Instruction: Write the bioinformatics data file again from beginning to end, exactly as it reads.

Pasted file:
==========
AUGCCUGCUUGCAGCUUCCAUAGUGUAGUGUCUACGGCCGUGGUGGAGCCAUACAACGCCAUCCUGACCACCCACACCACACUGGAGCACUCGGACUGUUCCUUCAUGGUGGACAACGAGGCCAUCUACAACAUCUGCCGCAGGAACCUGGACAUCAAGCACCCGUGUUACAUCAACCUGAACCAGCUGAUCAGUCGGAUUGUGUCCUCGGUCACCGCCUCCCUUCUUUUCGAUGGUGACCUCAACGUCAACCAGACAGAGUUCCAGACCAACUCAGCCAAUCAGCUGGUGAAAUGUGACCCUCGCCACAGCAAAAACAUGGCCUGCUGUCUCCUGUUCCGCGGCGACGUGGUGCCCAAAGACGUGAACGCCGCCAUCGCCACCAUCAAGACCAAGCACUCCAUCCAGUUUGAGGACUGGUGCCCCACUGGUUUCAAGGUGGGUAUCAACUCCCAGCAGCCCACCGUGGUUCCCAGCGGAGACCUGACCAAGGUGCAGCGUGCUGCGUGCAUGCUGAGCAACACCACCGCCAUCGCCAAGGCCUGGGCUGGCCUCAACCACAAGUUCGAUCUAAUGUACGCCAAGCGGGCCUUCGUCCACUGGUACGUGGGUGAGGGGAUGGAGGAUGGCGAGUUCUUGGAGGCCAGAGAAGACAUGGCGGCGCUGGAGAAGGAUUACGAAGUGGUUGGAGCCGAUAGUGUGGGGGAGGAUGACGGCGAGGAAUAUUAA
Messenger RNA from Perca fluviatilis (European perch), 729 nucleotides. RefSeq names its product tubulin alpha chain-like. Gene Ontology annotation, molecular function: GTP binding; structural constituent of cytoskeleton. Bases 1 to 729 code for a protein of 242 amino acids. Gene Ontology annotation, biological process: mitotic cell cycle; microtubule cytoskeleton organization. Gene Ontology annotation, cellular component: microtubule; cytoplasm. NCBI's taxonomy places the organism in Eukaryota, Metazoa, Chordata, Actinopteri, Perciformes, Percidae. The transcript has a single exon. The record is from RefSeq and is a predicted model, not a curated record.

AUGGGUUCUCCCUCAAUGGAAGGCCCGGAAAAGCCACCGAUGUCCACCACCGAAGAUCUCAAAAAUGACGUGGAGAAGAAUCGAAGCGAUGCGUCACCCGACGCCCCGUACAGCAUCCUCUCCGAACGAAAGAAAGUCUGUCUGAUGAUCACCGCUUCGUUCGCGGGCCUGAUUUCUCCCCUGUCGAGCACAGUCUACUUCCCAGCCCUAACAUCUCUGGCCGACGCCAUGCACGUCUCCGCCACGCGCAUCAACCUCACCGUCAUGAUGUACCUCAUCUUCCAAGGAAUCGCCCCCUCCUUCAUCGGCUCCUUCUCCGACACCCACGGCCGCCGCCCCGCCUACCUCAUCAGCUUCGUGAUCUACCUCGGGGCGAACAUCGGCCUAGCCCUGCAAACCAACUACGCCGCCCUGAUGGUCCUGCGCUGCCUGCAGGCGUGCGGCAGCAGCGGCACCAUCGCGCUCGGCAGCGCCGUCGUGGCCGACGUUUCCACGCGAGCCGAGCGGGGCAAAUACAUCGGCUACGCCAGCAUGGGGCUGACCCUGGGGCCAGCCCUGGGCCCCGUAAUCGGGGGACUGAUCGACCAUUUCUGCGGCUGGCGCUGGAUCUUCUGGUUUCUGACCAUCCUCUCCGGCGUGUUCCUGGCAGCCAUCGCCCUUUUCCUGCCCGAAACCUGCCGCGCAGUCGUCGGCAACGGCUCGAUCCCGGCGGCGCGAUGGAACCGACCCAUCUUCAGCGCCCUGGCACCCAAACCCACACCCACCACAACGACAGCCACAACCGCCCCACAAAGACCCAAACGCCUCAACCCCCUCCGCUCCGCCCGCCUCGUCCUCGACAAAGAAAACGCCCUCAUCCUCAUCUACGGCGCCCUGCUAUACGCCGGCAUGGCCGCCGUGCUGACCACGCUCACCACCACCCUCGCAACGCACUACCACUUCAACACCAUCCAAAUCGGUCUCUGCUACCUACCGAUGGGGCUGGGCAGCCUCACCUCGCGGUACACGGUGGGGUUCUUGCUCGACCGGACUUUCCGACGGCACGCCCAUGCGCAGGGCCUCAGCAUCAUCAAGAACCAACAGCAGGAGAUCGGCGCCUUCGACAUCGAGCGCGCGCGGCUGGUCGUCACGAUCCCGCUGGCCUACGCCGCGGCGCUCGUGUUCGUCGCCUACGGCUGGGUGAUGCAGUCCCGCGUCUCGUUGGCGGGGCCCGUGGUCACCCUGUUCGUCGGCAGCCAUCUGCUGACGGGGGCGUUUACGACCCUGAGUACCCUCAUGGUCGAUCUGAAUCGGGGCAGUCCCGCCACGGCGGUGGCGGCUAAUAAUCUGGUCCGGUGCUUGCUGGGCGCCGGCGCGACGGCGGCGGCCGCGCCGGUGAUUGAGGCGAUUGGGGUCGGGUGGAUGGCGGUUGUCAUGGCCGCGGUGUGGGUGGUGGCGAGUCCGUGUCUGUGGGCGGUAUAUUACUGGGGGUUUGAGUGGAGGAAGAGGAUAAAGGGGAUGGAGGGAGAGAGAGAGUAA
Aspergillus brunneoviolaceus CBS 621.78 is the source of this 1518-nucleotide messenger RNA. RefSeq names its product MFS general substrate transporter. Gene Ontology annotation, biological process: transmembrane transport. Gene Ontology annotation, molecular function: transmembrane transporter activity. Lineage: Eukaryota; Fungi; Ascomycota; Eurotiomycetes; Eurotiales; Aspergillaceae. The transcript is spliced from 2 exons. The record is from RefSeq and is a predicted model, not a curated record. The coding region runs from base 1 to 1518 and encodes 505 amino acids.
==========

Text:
AUGCCUGCUUGCAGCUUCCAUAGUGUAGUGUCUACGGCCGUGGUGGAGCCAUACAACGCCAUCCUGACCACCCACACCACACUGGAGCACUCGGACUGUUCCUUCAUGGUGGACAACGAGGCCAUCUACAACAUCUGCCGCAGGAACCUGGACAUCAAGCACCCGUGUUACAUCAACCUGAACCAGCUGAUCAGUCGGAUUGUGUCCUCGGUCACCGCCUCCCUUCUUUUCGAUGGUGACCUCAACGUCAACCAGACAGAGUUCCAGACCAACUCAGCCAAUCAGCUGGUGAAAUGUGACCCUCGCCACAGCAAAAACAUGGCCUGCUGUCUCCUGUUCCGCGGCGACGUGGUGCCCAAAGACGUGAACGCCGCCAUCGCCACCAUCAAGACCAAGCACUCCAUCCAGUUUGAGGACUGGUGCCCCACUGGUUUCAAGGUGGGUAUCAACUCCCAGCAGCCCACCGUGGUUCCCAGCGGAGACCUGACCAAGGUGCAGCGUGCUGCGUGCAUGCUGAGCAACACCACCGCCAUCGCCAAGGCCUGGGCUGGCCUCAACCACAAGUUCGAUCUAAUGUACGCCAAGCGGGCCUUCGUCCACUGGUACGUGGGUGAGGGGAUGGAGGAUGGCGAGUUCUUGGAGGCCAGAGAAGACAUGGCGGCGCUGGAGAAGGAUUACGAAGUGGUUGGAGCCGAUAGUGUGGGGGAGGAUGACGGCGAGGAAUAUUAA
Messenger RNA from Perca fluviatilis (European perch), 729 nucleotides. RefSeq names its product tubulin alpha chain-like. Gene Ontology annotation, molecular function: GTP binding; structural constituent of cytoskeleton. Bases 1 to 729 code for a protein of 242 amino acids. Gene Ontology annotation, biological process: mitotic cell cycle; microtubule cytoskeleton organization. Gene Ontology annotation, cellular component: microtubule; cytoplasm. NCBI's taxonomy places the organism in Eukaryota, Metazoa, Chordata, Actinopteri, Perciformes, Percidae. The transcript has a single exon. The record is from RefSeq and is a predicted model, not a curated record.

AUGGGUUCUCCCUCAAUGGAAGGCCCGGAAAAGCCACCGAUGUCCACCACCGAAGAUCUCAAAAAUGACGUGGAGAAGAAUCGAAGCGAUGCGUCACCCGACGCCCCGUACAGCAUCCUCUCCGAACGAAAGAAAGUCUGUCUGAUGAUCACCGCUUCGUUCGCGGGCCUGAUUUCUCCCCUGUCGAGCACAGUCUACUUCCCAGCCCUAACAUCUCUGGCCGACGCCAUGCACGUCUCCGCCACGCGCAUCAACCUCACCGUCAUGAUGUACCUCAUCUUCCAAGGAAUCGCCCCCUCCUUCAUCGGCUCCUUCUCCGACACCCACGGCCGCCGCCCCGCCUACCUCAUCAGCUUCGUGAUCUACCUCGGGGCGAACAUCGGCCUAGCCCUGCAAACCAACUACGCCGCCCUGAUGGUCCUGCGCUGCCUGCAGGCGUGCGGCAGCAGCGGCACCAUCGCGCUCGGCAGCGCCGUCGUGGCCGACGUUUCCACGCGAGCCGAGCGGGGCAAAUACAUCGGCUACGCCAGCAUGGGGCUGACCCUGGGGCCAGCCCUGGGCCCCGUAAUCGGGGGACUGAUCGACCAUUUCUGCGGCUGGCGCUGGAUCUUCUGGUUUCUGACCAUCCUCUCCGGCGUGUUCCUGGCAGCCAUCGCCCUUUUCCUGCCCGAAACCUGCCGCGCAGUCGUCGGCAACGGCUCGAUCCCGGCGGCGCGAUGGAACCGACCCAUCUUCAGCGCCCUGGCACCCAAACCCACACCCACCACAACGACAGCCACAACCGCCCCACAAAGACCCAAACGCCUCAACCCCCUCCGCUCCGCCCGCCUCGUCCUCGACAAAGAAAACGCCCUCAUCCUCAUCUACGGCGCCCUGCUAUACGCCGGCAUGGCCGCCGUGCUGACCACGCUCACCACCACCCUCGCAACGCACUACCACUUCAACACCAUCCAAAUCGGUCUCUGCUACCUACCGAUGGGGCUGGGCAGCCUCACCUCGCGGUACACGGUGGGGUUCUUGCUCGACCGGACUUUCCGACGGCACGCCCAUGCGCAGGGCCUCAGCAUCAUCAAGAACCAACAGCAGGAGAUCGGCGCCUUCGACAUCGAGCGCGCGCGGCUGGUCGUCACGAUCCCGCUGGCCUACGCCGCGGCGCUCGUGUUCGUCGCCUACGGCUGGGUGAUGCAGUCCCGCGUCUCGUUGGCGGGGCCCGUGGUCACCCUGUUCGUCGGCAGCCAUCUGCUGACGGGGGCGUUUACGACCCUGAGUACCCUCAUGGUCGAUCUGAAUCGGGGCAGUCCCGCCACGGCGGUGGCGGCUAAUAAUCUGGUCCGGUGCUUGCUGGGCGCCGGCGCGACGGCGGCGGCCGCGCCGGUGAUUGAGGCGAUUGGGGUCGGGUGGAUGGCGGUUGUCAUGGCCGCGGUGUGGGUGGUGGCGAGUCCGUGUCUGUGGGCGGUAUAUUACUGGGGGUUUGAGUGGAGGAAGAGGAUAAAGGGGAUGGAGGGAGAGAGAGAGUAA
Aspergillus brunneoviolaceus CBS 621.78 is the source of this 1518-nucleotide messenger RNA. RefSeq names its product MFS general substrate transporter. Gene Ontology annotation, biological process: transmembrane transport. Gene Ontology annotation, molecular function: transmembrane transporter activity. Lineage: Eukaryota; Fungi; Ascomycota; Eurotiomycetes; Eurotiales; Aspergillaceae. The transcript is spliced from 2 exons. The record is from RefSeq and is a predicted model, not a curated record. The coding region runs from base 1 to 1518 and encodes 505 amino acids.